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Supervised inference of gene-regulatory networks.

To CC, Vohradsky J - BMC Bioinformatics (2008)

Bottom Line: The results were compared with independent data sources.Results show that our algorithm gives, in most cases, results identical with the independent experiments, when compared with the YEASTRACT database.In several cases our algorithm gives predictions of novel interactions which have not been reported.

View Article: PubMed Central - HTML - PubMed

Affiliation: Laboratory of Bioinformatics, Institute of Microbiology ASCR, Prague, Czech Republic. cuongto@biomed.cas.cz

ABSTRACT

Background: Inference of protein interaction networks from various sources of data has become an important topic of both systems and computational biology. Here we present a supervised approach to identification of gene expression regulatory networks.

Results: The method is based on a kernel approach accompanied with genetic programming. As a data source, the method utilizes gene expression time series for prediction of interactions among regulatory proteins and their target genes. The performance of the method was verified using Saccharomyces cerevisiae cell cycle and DNA/RNA/protein biosynthesis gene expression data. The results were compared with independent data sources. Finally, a prediction of novel interactions within yeast gene expression circuits has been performed.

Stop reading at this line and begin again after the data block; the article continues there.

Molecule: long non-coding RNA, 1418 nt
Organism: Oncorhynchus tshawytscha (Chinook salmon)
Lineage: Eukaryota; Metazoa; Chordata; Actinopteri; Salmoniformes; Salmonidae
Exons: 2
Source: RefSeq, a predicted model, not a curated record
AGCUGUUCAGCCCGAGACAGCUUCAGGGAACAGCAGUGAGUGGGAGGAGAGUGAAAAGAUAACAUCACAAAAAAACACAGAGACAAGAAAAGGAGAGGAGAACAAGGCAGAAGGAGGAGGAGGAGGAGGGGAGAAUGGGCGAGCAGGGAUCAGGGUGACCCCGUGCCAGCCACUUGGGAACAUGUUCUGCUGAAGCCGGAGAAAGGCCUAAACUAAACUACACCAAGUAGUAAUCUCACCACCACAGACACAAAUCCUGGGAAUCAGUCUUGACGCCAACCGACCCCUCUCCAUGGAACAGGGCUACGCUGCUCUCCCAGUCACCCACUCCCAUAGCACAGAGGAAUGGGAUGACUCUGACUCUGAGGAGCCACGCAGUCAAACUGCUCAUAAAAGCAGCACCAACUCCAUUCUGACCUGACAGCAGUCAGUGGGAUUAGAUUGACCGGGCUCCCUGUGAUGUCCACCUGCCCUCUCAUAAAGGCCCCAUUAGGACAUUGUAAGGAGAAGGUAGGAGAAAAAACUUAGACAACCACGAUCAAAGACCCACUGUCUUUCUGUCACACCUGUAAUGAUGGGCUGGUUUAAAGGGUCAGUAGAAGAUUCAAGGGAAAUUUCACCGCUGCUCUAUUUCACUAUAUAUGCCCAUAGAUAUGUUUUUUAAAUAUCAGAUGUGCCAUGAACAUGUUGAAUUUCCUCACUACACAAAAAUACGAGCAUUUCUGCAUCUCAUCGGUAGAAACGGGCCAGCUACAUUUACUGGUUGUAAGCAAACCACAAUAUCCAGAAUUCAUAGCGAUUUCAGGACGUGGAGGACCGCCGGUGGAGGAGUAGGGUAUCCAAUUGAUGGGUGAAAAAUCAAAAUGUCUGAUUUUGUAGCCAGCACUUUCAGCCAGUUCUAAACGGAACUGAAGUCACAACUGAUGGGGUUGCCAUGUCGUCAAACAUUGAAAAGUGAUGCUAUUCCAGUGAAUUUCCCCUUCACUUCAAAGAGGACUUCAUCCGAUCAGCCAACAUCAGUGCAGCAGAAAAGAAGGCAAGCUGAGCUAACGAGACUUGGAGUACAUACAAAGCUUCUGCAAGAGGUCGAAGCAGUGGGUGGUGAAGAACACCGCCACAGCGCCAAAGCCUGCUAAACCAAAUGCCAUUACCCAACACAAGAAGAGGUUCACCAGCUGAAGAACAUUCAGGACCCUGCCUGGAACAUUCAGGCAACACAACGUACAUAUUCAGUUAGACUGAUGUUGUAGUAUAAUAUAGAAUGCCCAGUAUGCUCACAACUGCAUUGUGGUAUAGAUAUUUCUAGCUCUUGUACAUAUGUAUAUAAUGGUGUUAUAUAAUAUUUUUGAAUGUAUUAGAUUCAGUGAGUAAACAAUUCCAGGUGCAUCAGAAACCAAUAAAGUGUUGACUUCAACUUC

Conclusion: Results show that our algorithm gives, in most cases, results identical with the independent experiments, when compared with the YEASTRACT database. In several cases our algorithm gives predictions of novel interactions which have not been reported.

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Interaction networks of genes adopted from the work of Lee et al. [6] with sub-networks (bold) used as a training set. Shaded nodes represent genes for which the regulatory   interactions were predicted using the algorithm presented here.   A – cell cycle network, B – DNA/RNA/protein synthesis network.
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Figure 2: Interaction networks of genes adopted from the work of Lee et al. [6] with sub-networks (bold) used as a training set. Shaded nodes represent genes for which the regulatory interactions were predicted using the algorithm presented here. A – cell cycle network, B – DNA/RNA/protein synthesis network.